It’s the final week of Comfort Food Month! To end the month in a manner fitting with the spirit, I decided to bring you a treat that hits a few different comforts: soft beer pretzels and beer cheese dip. We’ve got chewy bread, gooey cheese, salt and spices, and a hint of beer. What more could you need?
I’ve known about this phenomenon for awhile, but since I’m really not into beer, I hadn’t tried it until my husband decided to give Applebees’ Brew Pub Pretzels with Beer Cheese Dip a try. We were both skeptical, but our apprehension was washed away in a sea of fluffy pretzels and cheddar cheese. Man, they are good! We haven’t been to Applebee’s in some time now due to a frustrating experience involving a cup of potato soup we didn’t order but still ended up paying for (it was supposed to be beer cheese dip, actually), but the pretzels and cheese are still on my mind from time to time. I’ve been saying for a long time that I would try to recreate this appetizer, and now I’ve finally gotten around to it.
I kluged together two different pretzel recipes for this: Alton Brown’s Homemade Soft Pretzels and Taste of Home’s Soft Beer Pretzels. As I mentioned earlier, I’m not much of a fan of beer, so I reduced the volume to 8 ounces and added 4 ounces of water to make up the difference. There was a hint of beer aftertaste, but I didn’t notice it right away. This was right up my alley, but if you want to taste the beer a bit more, you can use the full 12 ounces. It also works out well because the cheese dip calls for 4 ounces of beer, so you can make the whole thing with one bottle. I used a bottle of Great Lakes Dortmunder Gold that I bought at Trader Joe’s, since they allow you to buy them by the bottle rather than by the six pack. Feel free to experiment with whatever beer you prefer (and if there are any that you think would lend themselves particularly well to pretzels and cheese, by all means please let me know because I am beer illiterate).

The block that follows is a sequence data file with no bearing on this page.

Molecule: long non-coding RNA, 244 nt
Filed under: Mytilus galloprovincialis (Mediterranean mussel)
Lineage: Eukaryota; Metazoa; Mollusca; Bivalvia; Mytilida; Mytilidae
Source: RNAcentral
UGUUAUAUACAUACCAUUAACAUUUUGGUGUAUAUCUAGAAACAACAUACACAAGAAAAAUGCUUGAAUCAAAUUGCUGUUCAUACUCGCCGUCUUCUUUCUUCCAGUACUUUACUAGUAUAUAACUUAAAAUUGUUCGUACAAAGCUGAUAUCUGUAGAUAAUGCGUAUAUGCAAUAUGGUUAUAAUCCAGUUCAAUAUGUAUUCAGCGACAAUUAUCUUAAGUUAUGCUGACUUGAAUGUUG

My original plan was to make twisted pretzel sticks, but that turned out to be a no-go (this time, anyway). I’ve always had a bit of trouble with pretzel dough, and this time was no exception. The dough is very soft and sticky, so it was nearly impossible to get my pretzel sticks to stay straight in transit from the flat surface they were resting on to the baking soda bath and back again in one piece. I ended up throwing out the first pile of pretzel mush that came out of the baking soda bath and just cut my pretzel dough into nuggets moving forward. Thankfully, this was successful (and hey, everyone likes bite-sized food, right?). It even gave me enough confidence to make a handful of small, regular-shaped pretzels, which turned out ok. If you have any tips on making pretzels keep their shape without tearing your hair out, please share your wizardry with me!